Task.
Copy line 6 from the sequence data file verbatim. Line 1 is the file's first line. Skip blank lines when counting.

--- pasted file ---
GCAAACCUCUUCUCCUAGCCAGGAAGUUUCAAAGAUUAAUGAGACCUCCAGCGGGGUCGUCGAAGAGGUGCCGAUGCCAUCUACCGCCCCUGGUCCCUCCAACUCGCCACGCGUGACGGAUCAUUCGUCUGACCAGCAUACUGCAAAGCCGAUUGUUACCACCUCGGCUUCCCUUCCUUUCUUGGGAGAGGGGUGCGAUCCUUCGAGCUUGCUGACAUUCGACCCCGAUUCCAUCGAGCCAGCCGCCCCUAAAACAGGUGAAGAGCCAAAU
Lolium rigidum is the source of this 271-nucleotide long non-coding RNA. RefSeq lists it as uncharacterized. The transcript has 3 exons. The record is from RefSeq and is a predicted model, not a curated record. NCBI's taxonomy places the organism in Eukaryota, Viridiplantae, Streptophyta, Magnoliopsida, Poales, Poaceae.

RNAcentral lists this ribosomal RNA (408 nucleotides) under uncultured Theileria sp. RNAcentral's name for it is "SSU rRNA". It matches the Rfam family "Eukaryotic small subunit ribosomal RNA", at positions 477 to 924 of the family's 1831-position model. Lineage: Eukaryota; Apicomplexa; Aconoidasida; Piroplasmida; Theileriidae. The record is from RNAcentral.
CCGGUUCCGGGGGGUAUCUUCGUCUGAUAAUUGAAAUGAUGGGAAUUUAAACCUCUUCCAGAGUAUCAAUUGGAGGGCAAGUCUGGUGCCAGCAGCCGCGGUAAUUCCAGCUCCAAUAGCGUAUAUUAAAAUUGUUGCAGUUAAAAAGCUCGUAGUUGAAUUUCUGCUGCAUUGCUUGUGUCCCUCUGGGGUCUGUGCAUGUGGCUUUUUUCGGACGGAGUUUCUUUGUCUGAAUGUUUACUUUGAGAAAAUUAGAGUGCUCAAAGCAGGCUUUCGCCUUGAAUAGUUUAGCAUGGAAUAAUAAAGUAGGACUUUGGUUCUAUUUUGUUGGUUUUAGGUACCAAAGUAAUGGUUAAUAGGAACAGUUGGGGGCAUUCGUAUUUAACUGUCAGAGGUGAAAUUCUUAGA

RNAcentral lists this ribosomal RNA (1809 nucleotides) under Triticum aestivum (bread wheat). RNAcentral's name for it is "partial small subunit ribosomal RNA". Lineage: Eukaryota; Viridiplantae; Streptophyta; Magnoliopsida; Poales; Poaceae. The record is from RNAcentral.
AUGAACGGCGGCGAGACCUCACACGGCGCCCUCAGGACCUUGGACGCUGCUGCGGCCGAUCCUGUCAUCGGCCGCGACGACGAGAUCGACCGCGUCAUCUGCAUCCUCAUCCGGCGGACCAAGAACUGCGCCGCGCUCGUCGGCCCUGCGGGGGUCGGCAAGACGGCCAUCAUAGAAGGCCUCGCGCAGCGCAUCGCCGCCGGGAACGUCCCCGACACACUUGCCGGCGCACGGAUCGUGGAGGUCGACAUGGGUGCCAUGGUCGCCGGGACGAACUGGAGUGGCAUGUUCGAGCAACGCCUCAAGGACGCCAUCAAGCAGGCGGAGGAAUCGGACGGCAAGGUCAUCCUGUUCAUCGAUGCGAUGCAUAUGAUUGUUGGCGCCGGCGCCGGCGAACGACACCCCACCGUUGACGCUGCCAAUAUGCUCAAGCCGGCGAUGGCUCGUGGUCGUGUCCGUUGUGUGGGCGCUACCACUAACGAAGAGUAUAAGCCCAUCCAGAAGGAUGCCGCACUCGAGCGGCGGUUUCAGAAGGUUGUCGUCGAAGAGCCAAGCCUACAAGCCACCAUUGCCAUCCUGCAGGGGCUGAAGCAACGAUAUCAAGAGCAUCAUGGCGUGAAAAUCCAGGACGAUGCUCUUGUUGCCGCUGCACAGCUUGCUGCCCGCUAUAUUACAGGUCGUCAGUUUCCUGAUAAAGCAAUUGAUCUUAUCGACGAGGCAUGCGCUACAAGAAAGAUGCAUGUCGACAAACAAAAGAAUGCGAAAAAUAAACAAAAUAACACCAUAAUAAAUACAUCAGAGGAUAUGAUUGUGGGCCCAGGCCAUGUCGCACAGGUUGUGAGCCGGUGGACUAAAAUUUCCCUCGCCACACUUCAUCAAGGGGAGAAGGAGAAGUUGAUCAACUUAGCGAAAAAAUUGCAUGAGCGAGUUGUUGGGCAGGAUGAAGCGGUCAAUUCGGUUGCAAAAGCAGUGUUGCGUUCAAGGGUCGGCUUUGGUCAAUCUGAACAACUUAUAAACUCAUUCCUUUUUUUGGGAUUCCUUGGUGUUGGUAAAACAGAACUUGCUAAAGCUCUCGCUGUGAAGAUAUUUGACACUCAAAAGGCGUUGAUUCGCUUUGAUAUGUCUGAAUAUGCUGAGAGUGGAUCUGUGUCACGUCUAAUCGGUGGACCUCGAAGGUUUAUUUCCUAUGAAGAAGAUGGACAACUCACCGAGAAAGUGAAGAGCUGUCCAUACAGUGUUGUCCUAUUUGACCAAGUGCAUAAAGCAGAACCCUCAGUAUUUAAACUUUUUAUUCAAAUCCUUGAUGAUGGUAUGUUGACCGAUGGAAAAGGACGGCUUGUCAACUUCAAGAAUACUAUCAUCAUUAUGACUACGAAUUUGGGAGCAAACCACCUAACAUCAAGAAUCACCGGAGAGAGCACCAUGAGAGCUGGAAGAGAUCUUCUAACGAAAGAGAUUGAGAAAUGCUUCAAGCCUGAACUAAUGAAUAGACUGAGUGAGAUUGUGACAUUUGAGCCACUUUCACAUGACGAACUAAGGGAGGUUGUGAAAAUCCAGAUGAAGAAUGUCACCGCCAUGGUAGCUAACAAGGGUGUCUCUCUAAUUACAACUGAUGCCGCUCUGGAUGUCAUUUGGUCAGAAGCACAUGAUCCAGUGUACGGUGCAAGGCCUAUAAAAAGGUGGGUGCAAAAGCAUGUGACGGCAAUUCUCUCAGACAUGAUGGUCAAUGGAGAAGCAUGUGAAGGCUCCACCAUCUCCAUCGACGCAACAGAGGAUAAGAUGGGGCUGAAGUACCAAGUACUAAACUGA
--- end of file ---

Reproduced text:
AUGAACGGCGGCGAGACCUCACACGGCGCCCUCAGGACCUUGGACGCUGCUGCGGCCGAUCCUGUCAUCGGCCGCGACGACGAGAUCGACCGCGUCAUCUGCAUCCUCAUCCGGCGGACCAAGAACUGCGCCGCGCUCGUCGGCCCUGCGGGGGUCGGCAAGACGGCCAUCAUAGAAGGCCUCGCGCAGCGCAUCGCCGCCGGGAACGUCCCCGACACACUUGCCGGCGCACGGAUCGUGGAGGUCGACAUGGGUGCCAUGGUCGCCGGGACGAACUGGAGUGGCAUGUUCGAGCAACGCCUCAAGGACGCCAUCAAGCAGGCGGAGGAAUCGGACGGCAAGGUCAUCCUGUUCAUCGAUGCGAUGCAUAUGAUUGUUGGCGCCGGCGCCGGCGAACGACACCCCACCGUUGACGCUGCCAAUAUGCUCAAGCCGGCGAUGGCUCGUGGUCGUGUCCGUUGUGUGGGCGCUACCACUAACGAAGAGUAUAAGCCCAUCCAGAAGGAUGCCGCACUCGAGCGGCGGUUUCAGAAGGUUGUCGUCGAAGAGCCAAGCCUACAAGCCACCAUUGCCAUCCUGCAGGGGCUGAAGCAACGAUAUCAAGAGCAUCAUGGCGUGAAAAUCCAGGACGAUGCUCUUGUUGCCGCUGCACAGCUUGCUGCCCGCUAUAUUACAGGUCGUCAGUUUCCUGAUAAAGCAAUUGAUCUUAUCGACGAGGCAUGCGCUACAAGAAAGAUGCAUGUCGACAAACAAAAGAAUGCGAAAAAUAAACAAAAUAACACCAUAAUAAAUACAUCAGAGGAUAUGAUUGUGGGCCCAGGCCAUGUCGCACAGGUUGUGAGCCGGUGGACUAAAAUUUCCCUCGCCACACUUCAUCAAGGGGAGAAGGAGAAGUUGAUCAACUUAGCGAAAAAAUUGCAUGAGCGAGUUGUUGGGCAGGAUGAAGCGGUCAAUUCGGUUGCAAAAGCAGUGUUGCGUUCAAGGGUCGGCUUUGGUCAAUCUGAACAACUUAUAAACUCAUUCCUUUUUUUGGGAUUCCUUGGUGUUGGUAAAACAGAACUUGCUAAAGCUCUCGCUGUGAAGAUAUUUGACACUCAAAAGGCGUUGAUUCGCUUUGAUAUGUCUGAAUAUGCUGAGAGUGGAUCUGUGUCACGUCUAAUCGGUGGACCUCGAAGGUUUAUUUCCUAUGAAGAAGAUGGACAACUCACCGAGAAAGUGAAGAGCUGUCCAUACAGUGUUGUCCUAUUUGACCAAGUGCAUAAAGCAGAACCCUCAGUAUUUAAACUUUUUAUUCAAAUCCUUGAUGAUGGUAUGUUGACCGAUGGAAAAGGACGGCUUGUCAACUUCAAGAAUACUAUCAUCAUUAUGACUACGAAUUUGGGAGCAAACCACCUAACAUCAAGAAUCACCGGAGAGAGCACCAUGAGAGCUGGAAGAGAUCUUCUAACGAAAGAGAUUGAGAAAUGCUUCAAGCCUGAACUAAUGAAUAGACUGAGUGAGAUUGUGACAUUUGAGCCACUUUCACAUGACGAACUAAGGGAGGUUGUGAAAAUCCAGAUGAAGAAUGUCACCGCCAUGGUAGCUAACAAGGGUGUCUCUCUAAUUACAACUGAUGCCGCUCUGGAUGUCAUUUGGUCAGAAGCACAUGAUCCAGUGUACGGUGCAAGGCCUAUAAAAAGGUGGGUGCAAAAGCAUGUGACGGCAAUUCUCUCAGACAUGAUGGUCAAUGGAGAAGCAUGUGAAGGCUCCACCAUCUCCAUCGACGCAACAGAGGAUAAGAUGGGGCUGAAGUACCAAGUACUAAACUGA